Olmstead, Todd | LBJ School of Public Affairs | The University of Texas at Austin
  • Ph.D. in Public Policy, Harvard University, 2000
  • M.S. in Operations Research, The University of North Carolina at Chapel Hill, 1994
  • M.S. in Industrial Engineering, State University of New York at Buffalo, 1989
  • B.S. in Industrial Engineering, State University of New York at Buffalo, 1987
Teaching Areas
  • Research and Empirical Methods
  • Social Policy

Todd Olmstead is an associate professor of public affairs at the LBJ School of Public Affairs at The University of Texas at Austin. At the LBJ School, Olmstead conducts economic evaluations of a wide variety of health care programs and teaches courses in empirical methods, management science, and health economics. He is the health economist on several large grants funded by the National Institutes of Health. Current research projects include estimating the cost-effectiveness of:

  • providing mental health services to low-income pregnant and parenting women living in public housing systems;
  • using technology to improve retention in and adherence to addiction treatment for individuals with opioid use disorders;
  • providing early childhood obesity prevention programs to children attending Head Start centers;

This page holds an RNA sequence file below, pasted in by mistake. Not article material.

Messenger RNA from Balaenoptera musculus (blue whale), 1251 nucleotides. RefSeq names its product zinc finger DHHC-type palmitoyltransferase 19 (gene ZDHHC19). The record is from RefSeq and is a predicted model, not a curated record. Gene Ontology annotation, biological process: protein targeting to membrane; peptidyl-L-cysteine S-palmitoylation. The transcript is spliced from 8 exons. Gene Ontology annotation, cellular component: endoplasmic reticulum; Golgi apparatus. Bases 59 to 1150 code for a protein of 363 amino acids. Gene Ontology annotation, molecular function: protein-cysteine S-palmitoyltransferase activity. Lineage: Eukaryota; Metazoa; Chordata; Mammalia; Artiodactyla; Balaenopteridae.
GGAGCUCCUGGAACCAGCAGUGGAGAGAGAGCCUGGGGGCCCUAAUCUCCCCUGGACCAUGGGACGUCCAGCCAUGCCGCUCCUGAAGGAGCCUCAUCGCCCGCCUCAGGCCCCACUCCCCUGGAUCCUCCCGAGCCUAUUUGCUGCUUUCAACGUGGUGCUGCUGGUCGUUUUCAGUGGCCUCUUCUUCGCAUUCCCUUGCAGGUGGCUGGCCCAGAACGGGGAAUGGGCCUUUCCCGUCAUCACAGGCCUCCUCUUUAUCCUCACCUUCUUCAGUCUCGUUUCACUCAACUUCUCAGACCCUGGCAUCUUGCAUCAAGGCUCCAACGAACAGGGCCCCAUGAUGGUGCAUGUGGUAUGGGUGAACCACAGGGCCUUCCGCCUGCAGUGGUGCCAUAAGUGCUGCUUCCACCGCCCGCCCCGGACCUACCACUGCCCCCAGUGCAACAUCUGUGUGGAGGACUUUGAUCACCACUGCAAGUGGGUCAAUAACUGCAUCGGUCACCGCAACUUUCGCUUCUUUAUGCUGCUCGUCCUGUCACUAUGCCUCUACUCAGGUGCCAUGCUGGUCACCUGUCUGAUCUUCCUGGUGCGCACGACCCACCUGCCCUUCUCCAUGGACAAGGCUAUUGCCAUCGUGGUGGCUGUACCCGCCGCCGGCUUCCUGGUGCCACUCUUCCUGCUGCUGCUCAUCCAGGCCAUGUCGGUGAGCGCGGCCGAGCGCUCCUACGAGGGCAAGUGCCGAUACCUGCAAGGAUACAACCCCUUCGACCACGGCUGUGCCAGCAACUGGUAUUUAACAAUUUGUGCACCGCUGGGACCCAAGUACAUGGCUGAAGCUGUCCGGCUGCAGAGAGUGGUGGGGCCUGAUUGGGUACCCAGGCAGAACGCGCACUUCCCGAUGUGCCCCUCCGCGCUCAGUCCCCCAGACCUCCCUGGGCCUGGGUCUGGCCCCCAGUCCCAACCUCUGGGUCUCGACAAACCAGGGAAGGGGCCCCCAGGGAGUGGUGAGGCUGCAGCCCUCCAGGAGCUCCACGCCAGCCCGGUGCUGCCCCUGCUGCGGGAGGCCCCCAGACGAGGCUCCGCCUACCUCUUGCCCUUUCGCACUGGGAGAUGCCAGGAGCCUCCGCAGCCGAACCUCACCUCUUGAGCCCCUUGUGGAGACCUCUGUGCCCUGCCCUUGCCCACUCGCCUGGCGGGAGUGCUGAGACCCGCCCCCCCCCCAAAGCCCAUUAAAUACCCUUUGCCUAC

• using mailed FIT (fecal immunochemical test) kits to screen for colorectal cancer in a safety net clinic population;
  • providing financial incentives to promote HIV testing among high-risk women; and
  • providing financial incentives to promote job-seeking activities among unemployed persons living with HIV/AIDS.

In addition to his work in health care, Olmstead has published in the areas of intelligent transportation systems, highway safety and administrative rulemaking.

Media Expertise
  • Health economics
  • health services research
  • Healthcare Policy
  • Healthcare


NewsApril 9, 2021
Todd Olmstead on team awarded $3.5M grant to study peer recovery support in substance use treatment

LBJ School Professor of Public Affairs Todd Olmstead is a co-investigator on a recently awarded National Institutes of Health grant to examine the effectiveness and cost-effectiveness of using peer recovery supports (paraprofessionals who have "lived experience" with substance use problems) to improve treatment adherence and reduce treatment dropout among emerging adults (ages 18-25) with substance use disorders.

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NewsApril 9, 2021
April 9: Faculty Research, Policy Engagement and News

10 features from the week 

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NewsJune 9, 2020
LBJ faculty lauded for achievements during 2019–20 academic year

While this past academic year saw some remarkable changes in the academic process, the continued excellence of LBJ School faculty remained constant. Here is a collection of the recognition that LBJ faculty garnered in 2019–20.

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